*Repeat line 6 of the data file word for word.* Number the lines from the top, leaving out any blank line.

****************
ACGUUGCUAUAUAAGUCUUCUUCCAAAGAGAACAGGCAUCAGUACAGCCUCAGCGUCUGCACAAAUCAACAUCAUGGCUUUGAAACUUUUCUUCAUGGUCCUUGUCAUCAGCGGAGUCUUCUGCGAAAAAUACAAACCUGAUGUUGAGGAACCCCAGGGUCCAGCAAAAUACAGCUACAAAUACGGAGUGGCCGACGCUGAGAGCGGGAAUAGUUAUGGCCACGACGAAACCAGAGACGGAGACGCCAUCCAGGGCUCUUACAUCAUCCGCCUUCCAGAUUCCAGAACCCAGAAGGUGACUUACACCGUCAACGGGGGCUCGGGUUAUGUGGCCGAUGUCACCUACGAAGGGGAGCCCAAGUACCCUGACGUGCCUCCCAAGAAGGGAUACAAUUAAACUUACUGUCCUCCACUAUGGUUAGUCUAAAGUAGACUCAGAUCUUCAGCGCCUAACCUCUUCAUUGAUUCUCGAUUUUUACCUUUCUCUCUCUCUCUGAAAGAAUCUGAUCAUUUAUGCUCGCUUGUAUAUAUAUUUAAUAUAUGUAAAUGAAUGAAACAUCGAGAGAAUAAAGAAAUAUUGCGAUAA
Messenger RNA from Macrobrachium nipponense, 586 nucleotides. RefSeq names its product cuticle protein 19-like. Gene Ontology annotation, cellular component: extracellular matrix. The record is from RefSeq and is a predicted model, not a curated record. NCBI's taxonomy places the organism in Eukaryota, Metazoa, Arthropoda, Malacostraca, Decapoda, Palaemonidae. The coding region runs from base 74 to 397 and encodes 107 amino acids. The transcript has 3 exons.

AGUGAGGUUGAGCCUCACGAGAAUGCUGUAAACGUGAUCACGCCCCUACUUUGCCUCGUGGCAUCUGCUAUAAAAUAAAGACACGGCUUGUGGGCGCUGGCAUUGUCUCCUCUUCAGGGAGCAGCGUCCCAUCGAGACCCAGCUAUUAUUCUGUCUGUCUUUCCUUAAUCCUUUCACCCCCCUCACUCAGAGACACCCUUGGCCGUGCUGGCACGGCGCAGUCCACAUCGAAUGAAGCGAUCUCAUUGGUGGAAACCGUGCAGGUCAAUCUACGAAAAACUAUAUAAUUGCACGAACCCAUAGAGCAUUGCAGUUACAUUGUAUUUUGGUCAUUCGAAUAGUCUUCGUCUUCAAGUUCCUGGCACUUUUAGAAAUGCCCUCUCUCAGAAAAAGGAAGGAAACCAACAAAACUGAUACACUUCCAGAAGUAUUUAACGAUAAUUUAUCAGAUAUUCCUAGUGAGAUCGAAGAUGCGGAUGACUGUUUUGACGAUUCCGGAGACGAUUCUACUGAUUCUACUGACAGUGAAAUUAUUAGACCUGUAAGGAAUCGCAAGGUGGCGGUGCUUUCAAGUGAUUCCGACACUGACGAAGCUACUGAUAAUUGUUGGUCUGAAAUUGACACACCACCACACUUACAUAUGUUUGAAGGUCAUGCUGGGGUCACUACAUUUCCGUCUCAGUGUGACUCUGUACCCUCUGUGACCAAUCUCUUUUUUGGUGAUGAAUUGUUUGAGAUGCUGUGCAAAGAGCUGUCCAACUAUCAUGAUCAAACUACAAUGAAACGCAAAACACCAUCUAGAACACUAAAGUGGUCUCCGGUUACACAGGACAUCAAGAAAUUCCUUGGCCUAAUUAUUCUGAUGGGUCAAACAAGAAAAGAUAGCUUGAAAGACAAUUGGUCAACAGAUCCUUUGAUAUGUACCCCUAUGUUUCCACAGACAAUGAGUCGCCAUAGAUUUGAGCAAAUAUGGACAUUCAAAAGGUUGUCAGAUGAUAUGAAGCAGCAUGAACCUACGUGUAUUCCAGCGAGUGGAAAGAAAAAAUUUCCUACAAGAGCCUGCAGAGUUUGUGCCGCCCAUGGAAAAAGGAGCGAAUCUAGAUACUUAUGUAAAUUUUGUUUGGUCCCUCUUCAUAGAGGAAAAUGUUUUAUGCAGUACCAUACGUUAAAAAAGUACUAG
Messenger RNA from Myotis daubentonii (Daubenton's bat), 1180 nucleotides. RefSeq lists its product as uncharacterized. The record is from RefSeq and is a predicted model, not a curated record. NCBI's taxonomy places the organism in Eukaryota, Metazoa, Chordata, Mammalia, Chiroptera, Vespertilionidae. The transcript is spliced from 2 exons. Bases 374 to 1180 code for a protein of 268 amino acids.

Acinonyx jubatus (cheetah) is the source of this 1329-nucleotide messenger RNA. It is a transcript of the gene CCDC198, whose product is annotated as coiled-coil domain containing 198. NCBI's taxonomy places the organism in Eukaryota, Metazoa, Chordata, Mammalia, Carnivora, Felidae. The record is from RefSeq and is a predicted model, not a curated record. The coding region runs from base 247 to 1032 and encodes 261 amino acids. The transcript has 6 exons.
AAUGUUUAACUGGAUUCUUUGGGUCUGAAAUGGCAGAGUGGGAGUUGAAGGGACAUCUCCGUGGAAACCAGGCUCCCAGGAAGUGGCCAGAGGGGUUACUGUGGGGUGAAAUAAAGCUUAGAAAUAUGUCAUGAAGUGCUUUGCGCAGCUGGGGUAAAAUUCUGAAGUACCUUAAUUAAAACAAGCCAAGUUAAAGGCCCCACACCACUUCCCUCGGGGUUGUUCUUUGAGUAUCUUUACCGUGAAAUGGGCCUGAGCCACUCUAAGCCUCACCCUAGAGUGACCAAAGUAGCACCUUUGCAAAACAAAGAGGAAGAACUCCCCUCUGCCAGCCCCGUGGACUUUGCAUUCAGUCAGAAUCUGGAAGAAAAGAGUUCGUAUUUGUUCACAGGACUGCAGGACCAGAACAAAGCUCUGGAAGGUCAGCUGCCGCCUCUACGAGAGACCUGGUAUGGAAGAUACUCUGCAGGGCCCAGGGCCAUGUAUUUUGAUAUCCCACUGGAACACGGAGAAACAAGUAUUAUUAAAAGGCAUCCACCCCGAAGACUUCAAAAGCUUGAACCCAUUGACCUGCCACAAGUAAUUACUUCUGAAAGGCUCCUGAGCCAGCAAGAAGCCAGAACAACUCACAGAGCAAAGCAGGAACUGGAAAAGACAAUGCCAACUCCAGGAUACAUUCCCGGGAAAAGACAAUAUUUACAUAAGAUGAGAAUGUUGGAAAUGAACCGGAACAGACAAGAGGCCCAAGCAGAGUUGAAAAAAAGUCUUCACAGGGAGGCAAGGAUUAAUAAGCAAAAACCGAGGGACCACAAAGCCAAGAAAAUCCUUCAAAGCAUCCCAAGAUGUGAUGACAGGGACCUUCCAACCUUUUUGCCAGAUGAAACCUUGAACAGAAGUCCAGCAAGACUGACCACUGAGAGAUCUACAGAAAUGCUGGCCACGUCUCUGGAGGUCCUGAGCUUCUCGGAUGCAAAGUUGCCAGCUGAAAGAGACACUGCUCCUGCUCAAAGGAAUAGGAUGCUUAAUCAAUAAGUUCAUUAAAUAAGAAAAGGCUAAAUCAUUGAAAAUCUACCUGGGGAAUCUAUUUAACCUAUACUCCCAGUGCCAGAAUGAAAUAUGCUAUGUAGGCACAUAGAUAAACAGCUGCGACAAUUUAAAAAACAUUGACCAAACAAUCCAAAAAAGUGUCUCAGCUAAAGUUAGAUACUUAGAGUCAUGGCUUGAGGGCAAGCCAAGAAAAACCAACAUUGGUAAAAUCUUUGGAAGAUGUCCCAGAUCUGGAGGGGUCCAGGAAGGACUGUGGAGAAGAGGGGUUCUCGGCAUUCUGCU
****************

AAUGUUUAACUGGAUUCUUUGGGUCUGAAAUGGCAGAGUGGGAGUUGAAGGGACAUCUCCGUGGAAACCAGGCUCCCAGGAAGUGGCCAGAGGGGUUACUGUGGGGUGAAAUAAAGCUUAGAAAUAUGUCAUGAAGUGCUUUGCGCAGCUGGGGUAAAAUUCUGAAGUACCUUAAUUAAAACAAGCCAAGUUAAAGGCCCCACACCACUUCCCUCGGGGUUGUUCUUUGAGUAUCUUUACCGUGAAAUGGGCCUGAGCCACUCUAAGCCUCACCCUAGAGUGACCAAAGUAGCACCUUUGCAAAACAAAGAGGAAGAACUCCCCUCUGCCAGCCCCGUGGACUUUGCAUUCAGUCAGAAUCUGGAAGAAAAGAGUUCGUAUUUGUUCACAGGACUGCAGGACCAGAACAAAGCUCUGGAAGGUCAGCUGCCGCCUCUACGAGAGACCUGGUAUGGAAGAUACUCUGCAGGGCCCAGGGCCAUGUAUUUUGAUAUCCCACUGGAACACGGAGAAACAAGUAUUAUUAAAAGGCAUCCACCCCGAAGACUUCAAAAGCUUGAACCCAUUGACCUGCCACAAGUAAUUACUUCUGAAAGGCUCCUGAGCCAGCAAGAAGCCAGAACAACUCACAGAGCAAAGCAGGAACUGGAAAAGACAAUGCCAACUCCAGGAUACAUUCCCGGGAAAAGACAAUAUUUACAUAAGAUGAGAAUGUUGGAAAUGAACCGGAACAGACAAGAGGCCCAAGCAGAGUUGAAAAAAAGUCUUCACAGGGAGGCAAGGAUUAAUAAGCAAAAACCGAGGGACCACAAAGCCAAGAAAAUCCUUCAAAGCAUCCCAAGAUGUGAUGACAGGGACCUUCCAACCUUUUUGCCAGAUGAAACCUUGAACAGAAGUCCAGCAAGACUGACCACUGAGAGAUCUACAGAAAUGCUGGCCACGUCUCUGGAGGUCCUGAGCUUCUCGGAUGCAAAGUUGCCAGCUGAAAGAGACACUGCUCCUGCUCAAAGGAAUAGGAUGCUUAAUCAAUAAGUUCAUUAAAUAAGAAAAGGCUAAAUCAUUGAAAAUCUACCUGGGGAAUCUAUUUAACCUAUACUCCCAGUGCCAGAAUGAAAUAUGCUAUGUAGGCACAUAGAUAAACAGCUGCGACAAUUUAAAAAACAUUGACCAAACAAUCCAAAAAAGUGUCUCAGCUAAAGUUAGAUACUUAGAGUCAUGGCUUGAGGGCAAGCCAAGAAAAACCAACAUUGGUAAAAUCUUUGGAAGAUGUCCCAGAUCUGGAGGGGUCCAGGAAGGACUGUGGAGAAGAGGGGUUCUCGGCAUUCUGCU